But you will not by any means listen to any overture of peace before the total ruinment of their settlements is effected. Our future security will be in their inability to injure us and in the terror with which the severity of the chastisement they receive will inspire them.

But the first chastisements were issued to no Indian, but to Tory skulks.

Sullivan took command of one column, and ordered Gen. James Clinton to march another force down the Mohawk River Valley to Canajoharie. The following narration from the very specific chronicle History of Schoharie County, and border wars of New York gives us two Tory spies along with at least one patriot deserter all executed in those precincts; however, another Clinton letter dates only the Hare hanging specifically to Monday, June 21 (precise dates for the other two executions appear to be lost to history).

While Gen. Clinton was waiting at Canajoharie for his troops and supplies to assemble, and also for the construction of bateaus, two tories were there hung, and a deserter shot. The following letter from Gen. Clinton to his wife, dated July 6th, 1779, briefly narrates the death of the two former:

I have nothing further to acquaint you of, except that we apprehended a certain Lieut. Henry Hare, and a Sergeant Newbury, both of Col. Butler’s regiment, who confessed that they left the Seneca country with sixty-three Indians, and two white men, who divided themselves into three parties — one party was to attack Schoharie, another party Cherry-Valley and the Mohawk river, and the other party to skulk about Fort Schuyler and the upper part of the Mohawk river, to take prisoners or scalps. I had them tried by a general court martial for spies, who sentenced them both to be hanged, which was done accordingly at Canajoharie, to the satisfaction of all the inhabitants of that place who were friends to their country, as they were known to be very active in almost all the murders that were committed on these frontiers. They were inhabitants of Tryon county, had each a wife and several children, who came to see them and beg their lives.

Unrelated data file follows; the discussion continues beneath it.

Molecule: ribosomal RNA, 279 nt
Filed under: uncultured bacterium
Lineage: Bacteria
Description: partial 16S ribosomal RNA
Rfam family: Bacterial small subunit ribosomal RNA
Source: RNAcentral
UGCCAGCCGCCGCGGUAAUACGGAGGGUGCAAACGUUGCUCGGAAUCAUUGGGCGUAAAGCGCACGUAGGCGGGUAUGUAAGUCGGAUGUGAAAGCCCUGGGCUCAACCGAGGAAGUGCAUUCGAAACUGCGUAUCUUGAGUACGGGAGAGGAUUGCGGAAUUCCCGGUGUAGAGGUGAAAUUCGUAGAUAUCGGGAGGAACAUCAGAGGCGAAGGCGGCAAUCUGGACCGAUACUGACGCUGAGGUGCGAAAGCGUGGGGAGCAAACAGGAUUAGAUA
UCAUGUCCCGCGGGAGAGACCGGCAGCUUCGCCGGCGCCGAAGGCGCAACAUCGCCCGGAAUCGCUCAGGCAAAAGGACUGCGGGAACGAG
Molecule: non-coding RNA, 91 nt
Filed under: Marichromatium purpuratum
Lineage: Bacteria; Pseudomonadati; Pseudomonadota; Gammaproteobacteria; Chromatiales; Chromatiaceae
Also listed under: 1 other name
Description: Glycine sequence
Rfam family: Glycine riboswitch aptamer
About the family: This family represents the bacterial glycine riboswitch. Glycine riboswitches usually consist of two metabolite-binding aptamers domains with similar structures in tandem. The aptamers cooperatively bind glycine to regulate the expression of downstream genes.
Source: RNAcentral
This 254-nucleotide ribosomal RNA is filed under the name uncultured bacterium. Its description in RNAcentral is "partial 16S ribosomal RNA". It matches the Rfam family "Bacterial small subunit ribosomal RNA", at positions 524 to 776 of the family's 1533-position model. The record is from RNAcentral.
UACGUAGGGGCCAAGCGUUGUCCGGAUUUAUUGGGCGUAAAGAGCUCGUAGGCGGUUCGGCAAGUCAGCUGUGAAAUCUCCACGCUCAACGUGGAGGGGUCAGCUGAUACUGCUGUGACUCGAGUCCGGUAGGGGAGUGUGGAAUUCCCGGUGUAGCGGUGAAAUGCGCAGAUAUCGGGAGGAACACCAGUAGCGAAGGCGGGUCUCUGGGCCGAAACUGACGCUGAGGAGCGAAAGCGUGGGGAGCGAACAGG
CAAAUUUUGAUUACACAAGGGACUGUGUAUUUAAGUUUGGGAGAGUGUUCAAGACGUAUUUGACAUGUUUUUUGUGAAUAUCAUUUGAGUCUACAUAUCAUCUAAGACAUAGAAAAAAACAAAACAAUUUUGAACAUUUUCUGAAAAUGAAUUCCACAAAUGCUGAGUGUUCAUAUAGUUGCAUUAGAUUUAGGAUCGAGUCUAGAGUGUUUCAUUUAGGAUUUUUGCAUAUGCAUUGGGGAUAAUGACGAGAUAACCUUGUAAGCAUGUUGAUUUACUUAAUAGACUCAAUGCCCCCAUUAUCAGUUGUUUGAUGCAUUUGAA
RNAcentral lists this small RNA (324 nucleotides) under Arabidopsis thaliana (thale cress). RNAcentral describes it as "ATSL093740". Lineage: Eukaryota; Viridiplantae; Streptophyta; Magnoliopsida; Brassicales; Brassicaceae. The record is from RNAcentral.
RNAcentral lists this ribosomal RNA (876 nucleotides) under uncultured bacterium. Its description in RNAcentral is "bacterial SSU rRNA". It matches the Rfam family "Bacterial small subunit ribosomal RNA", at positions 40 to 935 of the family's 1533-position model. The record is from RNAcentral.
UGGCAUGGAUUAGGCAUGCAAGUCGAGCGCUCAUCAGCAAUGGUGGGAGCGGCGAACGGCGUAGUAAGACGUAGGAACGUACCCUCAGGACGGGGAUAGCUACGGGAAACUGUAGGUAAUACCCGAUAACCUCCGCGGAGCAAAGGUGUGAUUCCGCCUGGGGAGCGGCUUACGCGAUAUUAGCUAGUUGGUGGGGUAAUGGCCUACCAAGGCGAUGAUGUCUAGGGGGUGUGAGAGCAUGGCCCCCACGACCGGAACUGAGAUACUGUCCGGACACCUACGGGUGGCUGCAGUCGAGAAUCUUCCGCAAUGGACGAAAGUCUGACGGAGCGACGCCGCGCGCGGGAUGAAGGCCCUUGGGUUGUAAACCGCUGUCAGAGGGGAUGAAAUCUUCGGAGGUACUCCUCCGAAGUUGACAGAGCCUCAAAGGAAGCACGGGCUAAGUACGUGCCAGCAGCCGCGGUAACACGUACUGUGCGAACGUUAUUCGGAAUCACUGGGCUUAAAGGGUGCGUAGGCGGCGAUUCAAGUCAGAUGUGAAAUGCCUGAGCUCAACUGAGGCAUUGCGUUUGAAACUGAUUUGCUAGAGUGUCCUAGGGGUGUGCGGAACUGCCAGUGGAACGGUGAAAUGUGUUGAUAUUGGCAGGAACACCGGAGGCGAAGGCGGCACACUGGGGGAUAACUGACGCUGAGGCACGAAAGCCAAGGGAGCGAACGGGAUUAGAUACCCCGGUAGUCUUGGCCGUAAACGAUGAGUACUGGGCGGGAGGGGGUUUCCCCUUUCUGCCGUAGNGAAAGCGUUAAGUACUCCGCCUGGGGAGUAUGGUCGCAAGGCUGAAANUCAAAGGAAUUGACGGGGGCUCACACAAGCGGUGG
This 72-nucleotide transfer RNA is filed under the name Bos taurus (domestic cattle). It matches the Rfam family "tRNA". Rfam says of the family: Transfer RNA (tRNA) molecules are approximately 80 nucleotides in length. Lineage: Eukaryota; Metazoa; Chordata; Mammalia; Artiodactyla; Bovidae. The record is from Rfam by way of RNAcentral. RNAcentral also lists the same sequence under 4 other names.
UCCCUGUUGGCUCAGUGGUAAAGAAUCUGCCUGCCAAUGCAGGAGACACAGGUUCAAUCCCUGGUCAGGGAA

The name of Hare was one of respectability in the Mohawk valley, before the revolution. Members of the Hare family were engaged for years in sundry= speculations with Maj. Jelles Fonda, who, as already observed, carried on an extensive trade with the Indians and fur traders at the western military posts; his own residence being at Caughnawaga [the region north of the Mohawk] Henry Hare resided before the war in the present town of Florida, a few miles from Fort Hunter. At the time he left the valley with the royalist party to go to Canada, his family remained, as did that of William Newbury, who lived about 3 miles from Hare, toward the present village of Glen.

If Hare had rendered himself obnoxious to the whigs of Tryon county, Newbury had doubly so, by his inhuman cruelties at the massacre of Cherry Valley, some of which, on his trial, were proven against him. Hare and Newbury visited their friends, and were secreted for several days at their own dwellings. The former had left home before daylight to return to Canada, and was to call for his comrade on his route. Maj. Newkirk, who resided but a short distance from Hare, met a tory neighbor on the afternoon of the day on which Hare left home, who either wished to be considered one of the knowing ones, or lull the suspicions resting upon himself, who communicated to him the fact that Hare had been home — and supposing him then out of danger, he added, “perhaps he is about home yet.” He also informed him that Newbury had been seen.

Hare brought home for his wife several articles of clothing, such as British calicoes, dress-shawls, Indian mocasons, &c., and on the very day he set out to return to Canada, she was so imprudent as to put them on and go visiting — the sight of which corroborated the story told Newkirk. The Major notified Capt. Snooks, who collected a few armed whigs, and in the evening secreted himself with them near the residence of Hare, if possible, to give some further account of him.